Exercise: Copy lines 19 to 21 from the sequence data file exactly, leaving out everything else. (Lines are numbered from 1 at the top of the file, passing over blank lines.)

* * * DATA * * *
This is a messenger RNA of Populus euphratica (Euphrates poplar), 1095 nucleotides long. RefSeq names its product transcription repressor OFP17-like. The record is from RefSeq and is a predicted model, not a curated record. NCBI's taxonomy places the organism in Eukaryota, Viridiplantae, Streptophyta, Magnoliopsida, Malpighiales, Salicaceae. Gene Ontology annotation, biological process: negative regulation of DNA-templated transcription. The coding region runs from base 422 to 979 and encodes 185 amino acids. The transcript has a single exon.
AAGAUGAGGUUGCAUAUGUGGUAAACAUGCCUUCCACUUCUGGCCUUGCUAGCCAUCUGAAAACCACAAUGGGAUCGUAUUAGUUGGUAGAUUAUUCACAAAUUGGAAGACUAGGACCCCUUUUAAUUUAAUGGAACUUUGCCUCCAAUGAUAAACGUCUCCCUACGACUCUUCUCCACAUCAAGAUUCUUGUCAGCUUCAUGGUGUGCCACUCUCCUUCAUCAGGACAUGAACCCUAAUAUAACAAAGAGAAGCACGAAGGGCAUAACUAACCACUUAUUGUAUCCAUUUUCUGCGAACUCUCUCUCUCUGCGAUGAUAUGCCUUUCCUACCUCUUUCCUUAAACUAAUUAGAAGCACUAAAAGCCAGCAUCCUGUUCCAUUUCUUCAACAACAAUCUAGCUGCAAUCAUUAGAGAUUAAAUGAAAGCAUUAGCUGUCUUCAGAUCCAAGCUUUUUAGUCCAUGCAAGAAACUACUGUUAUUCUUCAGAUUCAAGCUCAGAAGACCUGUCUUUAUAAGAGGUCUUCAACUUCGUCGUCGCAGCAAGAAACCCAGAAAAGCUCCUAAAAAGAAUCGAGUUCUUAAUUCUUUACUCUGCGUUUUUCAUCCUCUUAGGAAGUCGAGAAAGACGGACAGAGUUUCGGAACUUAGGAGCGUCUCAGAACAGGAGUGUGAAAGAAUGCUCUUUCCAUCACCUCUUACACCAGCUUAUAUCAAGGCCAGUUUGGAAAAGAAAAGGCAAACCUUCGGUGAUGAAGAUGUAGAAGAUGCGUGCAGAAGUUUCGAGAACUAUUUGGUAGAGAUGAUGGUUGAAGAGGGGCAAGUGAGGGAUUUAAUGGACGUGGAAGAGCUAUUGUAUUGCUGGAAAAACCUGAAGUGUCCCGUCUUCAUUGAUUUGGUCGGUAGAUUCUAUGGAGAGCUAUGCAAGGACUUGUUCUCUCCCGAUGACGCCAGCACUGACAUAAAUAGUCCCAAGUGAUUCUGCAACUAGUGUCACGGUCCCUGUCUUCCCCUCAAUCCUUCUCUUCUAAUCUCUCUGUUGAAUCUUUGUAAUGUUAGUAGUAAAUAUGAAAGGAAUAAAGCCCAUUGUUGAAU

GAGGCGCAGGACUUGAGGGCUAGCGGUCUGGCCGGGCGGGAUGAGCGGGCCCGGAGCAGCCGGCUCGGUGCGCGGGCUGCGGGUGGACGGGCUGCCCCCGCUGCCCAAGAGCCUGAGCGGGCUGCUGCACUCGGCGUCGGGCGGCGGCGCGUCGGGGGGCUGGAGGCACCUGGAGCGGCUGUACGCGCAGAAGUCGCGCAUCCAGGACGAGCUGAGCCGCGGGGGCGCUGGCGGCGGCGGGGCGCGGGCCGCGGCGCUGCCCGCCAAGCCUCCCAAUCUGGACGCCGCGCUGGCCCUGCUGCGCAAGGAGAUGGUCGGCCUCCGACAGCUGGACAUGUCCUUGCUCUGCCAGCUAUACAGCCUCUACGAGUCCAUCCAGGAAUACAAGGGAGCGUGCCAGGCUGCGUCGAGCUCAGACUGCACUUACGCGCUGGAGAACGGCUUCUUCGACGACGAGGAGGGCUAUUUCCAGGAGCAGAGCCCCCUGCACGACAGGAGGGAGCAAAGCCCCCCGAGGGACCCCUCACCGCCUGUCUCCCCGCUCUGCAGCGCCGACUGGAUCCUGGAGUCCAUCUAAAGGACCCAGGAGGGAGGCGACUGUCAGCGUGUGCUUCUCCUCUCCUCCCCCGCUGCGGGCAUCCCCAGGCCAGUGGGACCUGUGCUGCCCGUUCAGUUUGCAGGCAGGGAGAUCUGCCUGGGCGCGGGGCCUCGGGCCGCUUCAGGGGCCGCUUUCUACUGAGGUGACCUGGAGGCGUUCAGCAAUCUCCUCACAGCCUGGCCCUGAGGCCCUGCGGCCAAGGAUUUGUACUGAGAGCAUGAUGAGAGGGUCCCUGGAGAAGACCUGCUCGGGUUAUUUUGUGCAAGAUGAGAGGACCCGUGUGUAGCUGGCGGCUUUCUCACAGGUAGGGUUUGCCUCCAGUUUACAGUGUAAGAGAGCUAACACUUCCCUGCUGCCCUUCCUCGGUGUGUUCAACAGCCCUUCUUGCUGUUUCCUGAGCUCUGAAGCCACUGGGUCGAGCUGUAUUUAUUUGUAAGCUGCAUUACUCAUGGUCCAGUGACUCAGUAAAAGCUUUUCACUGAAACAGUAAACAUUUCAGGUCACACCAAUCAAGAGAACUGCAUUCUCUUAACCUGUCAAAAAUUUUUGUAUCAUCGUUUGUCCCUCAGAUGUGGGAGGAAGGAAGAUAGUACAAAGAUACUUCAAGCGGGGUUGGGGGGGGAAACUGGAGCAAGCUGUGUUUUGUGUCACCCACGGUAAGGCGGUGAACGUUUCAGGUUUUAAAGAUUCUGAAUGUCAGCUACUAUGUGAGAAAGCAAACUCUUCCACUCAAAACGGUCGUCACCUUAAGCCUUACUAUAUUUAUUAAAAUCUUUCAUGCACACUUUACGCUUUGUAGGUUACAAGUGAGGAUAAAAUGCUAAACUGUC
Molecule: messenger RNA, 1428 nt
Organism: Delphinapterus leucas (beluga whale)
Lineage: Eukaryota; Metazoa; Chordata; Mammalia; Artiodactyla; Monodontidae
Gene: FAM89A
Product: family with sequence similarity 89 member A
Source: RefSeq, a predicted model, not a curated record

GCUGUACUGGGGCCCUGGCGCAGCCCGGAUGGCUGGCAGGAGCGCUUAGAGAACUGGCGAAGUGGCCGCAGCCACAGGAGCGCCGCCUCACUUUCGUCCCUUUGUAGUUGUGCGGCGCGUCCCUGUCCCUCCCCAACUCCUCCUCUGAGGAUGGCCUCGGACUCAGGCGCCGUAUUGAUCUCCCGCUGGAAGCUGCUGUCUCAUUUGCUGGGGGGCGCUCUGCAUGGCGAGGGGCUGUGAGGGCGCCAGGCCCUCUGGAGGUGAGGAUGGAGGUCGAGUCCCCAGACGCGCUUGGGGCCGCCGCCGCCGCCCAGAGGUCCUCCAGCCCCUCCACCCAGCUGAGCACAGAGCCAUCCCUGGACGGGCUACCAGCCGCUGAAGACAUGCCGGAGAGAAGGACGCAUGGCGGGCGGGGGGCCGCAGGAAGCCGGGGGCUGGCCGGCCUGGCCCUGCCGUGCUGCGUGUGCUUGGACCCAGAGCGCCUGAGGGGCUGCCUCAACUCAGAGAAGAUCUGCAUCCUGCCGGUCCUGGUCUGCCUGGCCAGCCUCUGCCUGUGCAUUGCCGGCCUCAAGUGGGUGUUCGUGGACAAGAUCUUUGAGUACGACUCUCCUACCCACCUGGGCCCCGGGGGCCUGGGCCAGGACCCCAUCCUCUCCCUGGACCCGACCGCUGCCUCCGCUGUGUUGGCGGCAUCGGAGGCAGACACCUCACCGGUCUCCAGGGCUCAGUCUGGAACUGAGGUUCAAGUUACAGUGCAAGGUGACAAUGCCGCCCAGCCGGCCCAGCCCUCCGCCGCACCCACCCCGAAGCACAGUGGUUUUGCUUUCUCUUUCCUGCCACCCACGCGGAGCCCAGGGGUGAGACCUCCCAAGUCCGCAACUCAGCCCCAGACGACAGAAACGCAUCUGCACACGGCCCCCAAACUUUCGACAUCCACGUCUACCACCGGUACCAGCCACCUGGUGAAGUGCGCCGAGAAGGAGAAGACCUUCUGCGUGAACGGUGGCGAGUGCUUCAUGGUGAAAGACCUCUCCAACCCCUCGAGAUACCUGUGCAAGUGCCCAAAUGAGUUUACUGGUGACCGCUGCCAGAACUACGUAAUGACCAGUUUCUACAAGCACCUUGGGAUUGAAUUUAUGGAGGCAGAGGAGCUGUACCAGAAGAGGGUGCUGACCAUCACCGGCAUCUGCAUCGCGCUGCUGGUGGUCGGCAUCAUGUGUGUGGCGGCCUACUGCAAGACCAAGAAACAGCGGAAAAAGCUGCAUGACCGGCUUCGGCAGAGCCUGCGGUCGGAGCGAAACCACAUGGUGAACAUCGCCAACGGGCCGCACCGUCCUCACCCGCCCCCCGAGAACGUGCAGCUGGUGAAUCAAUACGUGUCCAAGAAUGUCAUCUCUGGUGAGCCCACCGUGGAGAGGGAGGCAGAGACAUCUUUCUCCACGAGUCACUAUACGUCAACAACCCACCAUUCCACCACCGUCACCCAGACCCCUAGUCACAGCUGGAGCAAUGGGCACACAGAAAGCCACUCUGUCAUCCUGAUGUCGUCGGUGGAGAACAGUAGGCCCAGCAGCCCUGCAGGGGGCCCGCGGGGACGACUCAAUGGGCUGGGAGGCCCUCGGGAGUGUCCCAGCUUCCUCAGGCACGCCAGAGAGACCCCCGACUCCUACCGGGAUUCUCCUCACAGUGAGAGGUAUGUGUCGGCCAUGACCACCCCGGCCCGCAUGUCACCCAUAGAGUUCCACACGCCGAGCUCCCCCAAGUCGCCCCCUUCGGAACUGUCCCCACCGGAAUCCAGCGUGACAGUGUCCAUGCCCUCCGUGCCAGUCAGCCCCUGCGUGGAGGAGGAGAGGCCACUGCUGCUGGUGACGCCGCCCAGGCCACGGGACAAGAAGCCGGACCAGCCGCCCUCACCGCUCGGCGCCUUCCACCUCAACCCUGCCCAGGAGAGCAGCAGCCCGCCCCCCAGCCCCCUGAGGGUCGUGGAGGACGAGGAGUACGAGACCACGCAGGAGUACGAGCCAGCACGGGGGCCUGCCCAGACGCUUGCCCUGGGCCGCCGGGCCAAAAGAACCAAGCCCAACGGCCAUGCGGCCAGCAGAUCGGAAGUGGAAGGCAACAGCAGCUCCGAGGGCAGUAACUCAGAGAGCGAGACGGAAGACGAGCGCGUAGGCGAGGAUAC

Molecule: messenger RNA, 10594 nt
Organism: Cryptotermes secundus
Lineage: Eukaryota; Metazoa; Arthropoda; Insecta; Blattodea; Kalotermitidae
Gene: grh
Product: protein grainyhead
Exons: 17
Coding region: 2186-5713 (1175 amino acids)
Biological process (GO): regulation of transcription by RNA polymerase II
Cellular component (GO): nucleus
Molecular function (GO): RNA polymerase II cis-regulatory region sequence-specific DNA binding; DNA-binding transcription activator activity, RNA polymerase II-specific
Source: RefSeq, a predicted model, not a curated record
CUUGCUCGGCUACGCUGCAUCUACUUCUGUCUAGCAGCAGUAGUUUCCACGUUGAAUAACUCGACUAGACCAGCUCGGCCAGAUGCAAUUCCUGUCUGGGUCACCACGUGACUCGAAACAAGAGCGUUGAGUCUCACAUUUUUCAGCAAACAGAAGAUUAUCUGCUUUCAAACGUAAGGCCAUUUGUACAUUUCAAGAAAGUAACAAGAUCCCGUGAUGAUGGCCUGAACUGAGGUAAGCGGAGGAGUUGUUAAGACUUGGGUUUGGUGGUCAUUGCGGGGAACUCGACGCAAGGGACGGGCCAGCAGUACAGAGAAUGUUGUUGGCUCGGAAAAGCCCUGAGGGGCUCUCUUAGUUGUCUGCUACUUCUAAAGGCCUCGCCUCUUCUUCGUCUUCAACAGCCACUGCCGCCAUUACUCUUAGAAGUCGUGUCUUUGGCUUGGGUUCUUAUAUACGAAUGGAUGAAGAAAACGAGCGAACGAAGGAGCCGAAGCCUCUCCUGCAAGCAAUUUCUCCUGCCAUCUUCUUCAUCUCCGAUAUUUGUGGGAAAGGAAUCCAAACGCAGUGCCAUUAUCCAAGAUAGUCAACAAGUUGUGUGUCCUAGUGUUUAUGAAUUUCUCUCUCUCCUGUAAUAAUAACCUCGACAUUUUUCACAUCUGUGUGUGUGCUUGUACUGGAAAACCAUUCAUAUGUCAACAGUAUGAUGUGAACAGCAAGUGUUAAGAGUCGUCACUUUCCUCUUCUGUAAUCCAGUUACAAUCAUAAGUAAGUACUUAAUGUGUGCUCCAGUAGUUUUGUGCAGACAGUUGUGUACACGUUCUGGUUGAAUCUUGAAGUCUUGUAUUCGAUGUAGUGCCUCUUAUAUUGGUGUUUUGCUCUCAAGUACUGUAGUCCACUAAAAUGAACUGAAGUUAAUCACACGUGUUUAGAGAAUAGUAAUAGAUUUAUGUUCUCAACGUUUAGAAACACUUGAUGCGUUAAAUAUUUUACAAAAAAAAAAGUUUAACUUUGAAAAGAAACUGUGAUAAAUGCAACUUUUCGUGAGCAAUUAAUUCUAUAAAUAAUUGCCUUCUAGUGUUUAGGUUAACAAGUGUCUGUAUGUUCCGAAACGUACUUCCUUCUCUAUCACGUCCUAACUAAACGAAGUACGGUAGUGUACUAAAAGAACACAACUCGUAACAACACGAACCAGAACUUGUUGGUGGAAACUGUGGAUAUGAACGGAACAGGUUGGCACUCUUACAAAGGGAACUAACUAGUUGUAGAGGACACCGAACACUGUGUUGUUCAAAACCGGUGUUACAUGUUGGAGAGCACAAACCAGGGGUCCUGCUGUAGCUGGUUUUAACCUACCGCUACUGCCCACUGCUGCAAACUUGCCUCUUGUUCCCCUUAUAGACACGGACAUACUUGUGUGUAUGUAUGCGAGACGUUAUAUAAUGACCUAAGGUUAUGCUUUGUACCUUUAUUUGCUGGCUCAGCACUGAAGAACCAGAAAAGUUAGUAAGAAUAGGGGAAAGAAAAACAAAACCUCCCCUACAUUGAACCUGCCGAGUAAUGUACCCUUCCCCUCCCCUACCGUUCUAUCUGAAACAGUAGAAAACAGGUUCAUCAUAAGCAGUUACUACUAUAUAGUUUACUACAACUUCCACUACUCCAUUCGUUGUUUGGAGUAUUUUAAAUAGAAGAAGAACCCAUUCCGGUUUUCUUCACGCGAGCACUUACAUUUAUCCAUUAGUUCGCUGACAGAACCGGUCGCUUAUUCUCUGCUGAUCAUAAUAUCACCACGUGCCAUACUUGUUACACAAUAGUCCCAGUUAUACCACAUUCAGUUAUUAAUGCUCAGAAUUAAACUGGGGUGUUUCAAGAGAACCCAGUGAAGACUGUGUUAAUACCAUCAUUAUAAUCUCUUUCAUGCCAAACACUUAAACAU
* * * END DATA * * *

Cellular component (GO): nucleus
Molecular function (GO): RNA polymerase II cis-regulatory region sequence-specific DNA binding; DNA-binding transcription activator activity, RNA polymerase II-specific
Source: RefSeq, a predicted model, not a curated record